Skip to content
Join our Newsletter
Sponsored Content

Family-run Basho finds its happy place

Sweet and savoury treats at stylish Hastings-Sunrise café

Just east of Victoria Drive, Hastings is a whizz of cars, heavy trucks and exhaust fumes. But that’s all forgotten the second I step into Basho Café. Yes, it serves coffee and food, but it feels like more than a café. It feels like home — if only home involved teeny mochi cakes, handmade cloth pennants dangling from the ceiling and fresh flowers at every table.

“Basho means place. My mom had a vision of this café being a place where people can meet friends, come in a read a book,” says Mitsumi Kawai. “Different places mean different things for people. My parents liked the idea of people determining what kind of place Basho would be.”

Dan Toulgoet
Dan Toulgoet

Mitsumi’s parents, Hiroshi and Miju Kawai, are longtime restaurant veterans. After leaving their last restaurant, they took a few years off to travel, and in their semi-retirement dreamed up a coffee shop: Basho.

Hiroshi handles the savoury side of things with three main offerings: tuna tataki, teri pulled pork and a vegetable bowl, served on either rice or salad. For another $3, you get soup, vegetables and three miniature desserts. He only makes 20 of each per day, and they almost always sell out.

Miju and daughter Moeno make the Japanese-style sweets, which incorporate traditional ingredients like matcha, miso and sesame.

Dan Toulgoet
Dan Toulgoet

“It’s a fun twist to match matcha with other flavours,” says Moeno. “Me and my mom love baking so much and try to make the baking more Japanese.” Think: matcha white chocolate brownies, black sesame and miso cookies and, for the ultimate pick-me-up, an espresso-green tea cookie.

And there is mochi in several flavours. The matcha mocha looks like a two-bite-brownie in St. Patrick’s Day garb, but the first bite offers the sticky, chewy texture characteristic of desserts made from glutinous rice flour.

“Our sweets are sweet, but we do keep the sugar down for a lot of it,” says Moeno. “And everything is a little smaller.”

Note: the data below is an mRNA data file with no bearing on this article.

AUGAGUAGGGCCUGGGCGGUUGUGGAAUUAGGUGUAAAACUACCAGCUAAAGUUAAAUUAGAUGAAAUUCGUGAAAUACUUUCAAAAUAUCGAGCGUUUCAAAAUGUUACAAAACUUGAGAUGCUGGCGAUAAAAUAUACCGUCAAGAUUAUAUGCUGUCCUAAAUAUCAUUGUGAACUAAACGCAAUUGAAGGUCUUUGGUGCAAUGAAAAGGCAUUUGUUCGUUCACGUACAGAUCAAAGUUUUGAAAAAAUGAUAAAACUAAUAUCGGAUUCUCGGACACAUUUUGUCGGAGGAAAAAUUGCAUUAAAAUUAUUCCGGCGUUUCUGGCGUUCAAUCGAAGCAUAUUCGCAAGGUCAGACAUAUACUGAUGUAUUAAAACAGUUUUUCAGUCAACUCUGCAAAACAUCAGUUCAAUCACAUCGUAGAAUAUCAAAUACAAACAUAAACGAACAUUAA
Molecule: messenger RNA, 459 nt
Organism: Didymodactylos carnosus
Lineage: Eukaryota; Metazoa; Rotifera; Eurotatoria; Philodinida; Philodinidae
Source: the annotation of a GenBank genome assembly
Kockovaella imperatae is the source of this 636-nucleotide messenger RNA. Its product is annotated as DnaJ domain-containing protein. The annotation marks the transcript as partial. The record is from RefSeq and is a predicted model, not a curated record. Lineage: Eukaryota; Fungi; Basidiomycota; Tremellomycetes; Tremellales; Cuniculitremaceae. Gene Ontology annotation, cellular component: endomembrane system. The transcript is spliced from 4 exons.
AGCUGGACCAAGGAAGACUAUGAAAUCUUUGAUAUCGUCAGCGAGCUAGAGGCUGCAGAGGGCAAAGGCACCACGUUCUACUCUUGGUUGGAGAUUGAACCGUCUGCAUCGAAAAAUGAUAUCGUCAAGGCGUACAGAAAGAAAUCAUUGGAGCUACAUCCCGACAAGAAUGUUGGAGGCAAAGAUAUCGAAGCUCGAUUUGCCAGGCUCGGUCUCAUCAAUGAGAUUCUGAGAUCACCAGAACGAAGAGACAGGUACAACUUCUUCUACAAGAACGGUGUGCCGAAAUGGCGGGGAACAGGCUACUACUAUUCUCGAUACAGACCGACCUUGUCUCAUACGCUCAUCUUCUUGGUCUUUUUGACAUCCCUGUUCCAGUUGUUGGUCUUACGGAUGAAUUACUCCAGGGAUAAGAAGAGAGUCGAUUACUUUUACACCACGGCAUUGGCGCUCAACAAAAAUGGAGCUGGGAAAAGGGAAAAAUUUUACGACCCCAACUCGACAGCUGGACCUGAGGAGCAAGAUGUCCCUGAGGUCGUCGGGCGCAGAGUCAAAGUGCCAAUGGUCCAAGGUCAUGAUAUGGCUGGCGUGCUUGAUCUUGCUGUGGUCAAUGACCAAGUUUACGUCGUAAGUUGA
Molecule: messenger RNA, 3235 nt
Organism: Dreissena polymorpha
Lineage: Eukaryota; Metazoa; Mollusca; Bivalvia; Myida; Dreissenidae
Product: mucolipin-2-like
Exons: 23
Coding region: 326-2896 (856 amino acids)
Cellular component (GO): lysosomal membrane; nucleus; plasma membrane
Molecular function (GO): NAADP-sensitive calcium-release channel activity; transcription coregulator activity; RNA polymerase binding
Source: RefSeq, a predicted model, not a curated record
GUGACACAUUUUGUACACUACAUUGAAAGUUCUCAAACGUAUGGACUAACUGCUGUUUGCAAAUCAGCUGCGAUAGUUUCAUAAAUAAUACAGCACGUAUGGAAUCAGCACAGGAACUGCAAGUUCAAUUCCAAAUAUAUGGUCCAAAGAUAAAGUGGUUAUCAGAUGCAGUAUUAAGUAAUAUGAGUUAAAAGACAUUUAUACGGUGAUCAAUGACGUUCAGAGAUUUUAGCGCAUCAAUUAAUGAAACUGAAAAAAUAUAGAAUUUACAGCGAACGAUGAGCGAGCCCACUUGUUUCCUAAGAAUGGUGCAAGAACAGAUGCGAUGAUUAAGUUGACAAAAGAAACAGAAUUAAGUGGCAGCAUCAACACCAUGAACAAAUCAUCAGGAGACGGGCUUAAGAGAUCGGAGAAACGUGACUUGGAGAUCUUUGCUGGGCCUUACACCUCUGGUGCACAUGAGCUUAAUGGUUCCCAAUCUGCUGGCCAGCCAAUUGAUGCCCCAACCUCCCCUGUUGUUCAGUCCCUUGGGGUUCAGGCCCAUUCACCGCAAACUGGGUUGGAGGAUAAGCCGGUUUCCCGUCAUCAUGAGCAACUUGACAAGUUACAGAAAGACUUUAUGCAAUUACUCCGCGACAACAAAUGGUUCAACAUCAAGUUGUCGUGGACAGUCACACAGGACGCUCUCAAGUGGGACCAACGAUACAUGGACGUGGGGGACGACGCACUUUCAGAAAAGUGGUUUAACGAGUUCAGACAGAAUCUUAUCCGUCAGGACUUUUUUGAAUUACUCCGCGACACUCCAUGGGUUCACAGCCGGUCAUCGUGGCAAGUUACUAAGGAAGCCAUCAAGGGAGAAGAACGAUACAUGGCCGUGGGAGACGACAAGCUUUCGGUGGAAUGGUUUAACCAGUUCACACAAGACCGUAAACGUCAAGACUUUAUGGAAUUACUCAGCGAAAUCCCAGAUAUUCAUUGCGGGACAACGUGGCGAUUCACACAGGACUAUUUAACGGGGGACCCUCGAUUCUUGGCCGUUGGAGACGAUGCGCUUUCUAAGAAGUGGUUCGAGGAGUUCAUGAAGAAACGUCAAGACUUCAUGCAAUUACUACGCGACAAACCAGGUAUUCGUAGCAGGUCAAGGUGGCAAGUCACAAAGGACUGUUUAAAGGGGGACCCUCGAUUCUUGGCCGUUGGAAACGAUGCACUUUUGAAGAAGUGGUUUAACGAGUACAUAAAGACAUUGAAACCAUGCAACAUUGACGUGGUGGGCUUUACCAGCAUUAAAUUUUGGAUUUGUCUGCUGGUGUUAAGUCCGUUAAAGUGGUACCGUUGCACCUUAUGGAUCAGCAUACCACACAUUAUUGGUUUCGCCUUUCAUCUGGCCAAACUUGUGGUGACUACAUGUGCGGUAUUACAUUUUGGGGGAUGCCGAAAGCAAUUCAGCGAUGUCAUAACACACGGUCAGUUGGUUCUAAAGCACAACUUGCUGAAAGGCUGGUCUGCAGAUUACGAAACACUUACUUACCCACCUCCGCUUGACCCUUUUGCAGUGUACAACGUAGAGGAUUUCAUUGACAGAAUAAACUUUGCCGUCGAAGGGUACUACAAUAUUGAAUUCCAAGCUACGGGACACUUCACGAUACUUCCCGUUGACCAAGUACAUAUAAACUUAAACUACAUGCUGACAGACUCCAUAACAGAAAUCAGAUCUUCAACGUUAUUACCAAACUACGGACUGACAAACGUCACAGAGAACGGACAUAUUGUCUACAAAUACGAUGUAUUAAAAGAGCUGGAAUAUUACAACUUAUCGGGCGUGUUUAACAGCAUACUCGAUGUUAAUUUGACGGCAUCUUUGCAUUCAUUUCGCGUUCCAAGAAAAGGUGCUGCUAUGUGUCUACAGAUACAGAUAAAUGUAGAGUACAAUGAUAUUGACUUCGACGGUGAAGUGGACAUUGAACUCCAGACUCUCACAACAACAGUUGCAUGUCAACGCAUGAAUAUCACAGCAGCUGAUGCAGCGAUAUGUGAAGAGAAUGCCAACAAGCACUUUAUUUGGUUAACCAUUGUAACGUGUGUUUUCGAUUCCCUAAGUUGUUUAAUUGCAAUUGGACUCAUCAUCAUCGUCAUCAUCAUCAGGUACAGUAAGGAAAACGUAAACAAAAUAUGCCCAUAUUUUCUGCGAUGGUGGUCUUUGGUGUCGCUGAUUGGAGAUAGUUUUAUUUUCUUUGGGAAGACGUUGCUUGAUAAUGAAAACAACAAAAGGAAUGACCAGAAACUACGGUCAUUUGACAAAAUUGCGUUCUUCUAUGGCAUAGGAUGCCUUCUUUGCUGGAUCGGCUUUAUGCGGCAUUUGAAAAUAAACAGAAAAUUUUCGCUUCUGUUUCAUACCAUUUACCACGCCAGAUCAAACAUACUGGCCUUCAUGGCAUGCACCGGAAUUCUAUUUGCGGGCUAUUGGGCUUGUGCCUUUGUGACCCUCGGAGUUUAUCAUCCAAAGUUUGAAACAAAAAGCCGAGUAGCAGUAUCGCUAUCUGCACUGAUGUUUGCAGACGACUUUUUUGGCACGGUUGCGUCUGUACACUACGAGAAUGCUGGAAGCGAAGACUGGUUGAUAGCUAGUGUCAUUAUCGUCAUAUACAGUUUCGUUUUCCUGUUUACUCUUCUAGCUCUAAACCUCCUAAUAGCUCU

Most of Basho’s desserts are one- or two-bite affairs, which is a bonus for people with commitment issues.

Photo Dan Toulgoet
Photo Dan Toulgoet

It’s not just the food that’s homemade — much of the interior was built by Hiroshi, including the cabinet that houses the miniature sweets.

“My dad’s really handy. He did all the work inside,” says Mitsumi. “The interior is my mom’s vision. My parents have been in the restaurant industry a long time, and this is a café where they’re able to be more playful.”

The esthetic is playful and crafty — DIY with polish, if you like. Miju made some of the café’s pottery, as well as the fabric coasters that come with hot drinks, knitted and crocheted tea cozies that hug each teapot and the large quilt that hangs in the back of the café.

Dan Toulgoet
Dan Toulgoet

Being a family-run business has its perks. When Moeno took a year’s hiatus, her sister Mitsumi stepped in to help. It seems restaurants are in the family’s blood: Mitsumi runs Bowen Island’s Shika Provisions and Tofino’s Kuma. Moeno is now back — as is the café’s record player, with selections chosen by Muji and Moeno.

“For the year I was away they didn’t use the record player,” says Moeno. “It’s an assortment — classic rock, Beatles, Wings, Earth Wind and Fire.”

At the moment, Basho is open only on weekdays. That may be inconvenient for 9-to-5-ers, but the café is as busy as ever. Miju greets everyone with a smile and seems especially delighted to see babies. If Basho means place, Basho Café is a happy place.

Basho Café
2007 East Hastings,
604 428 6276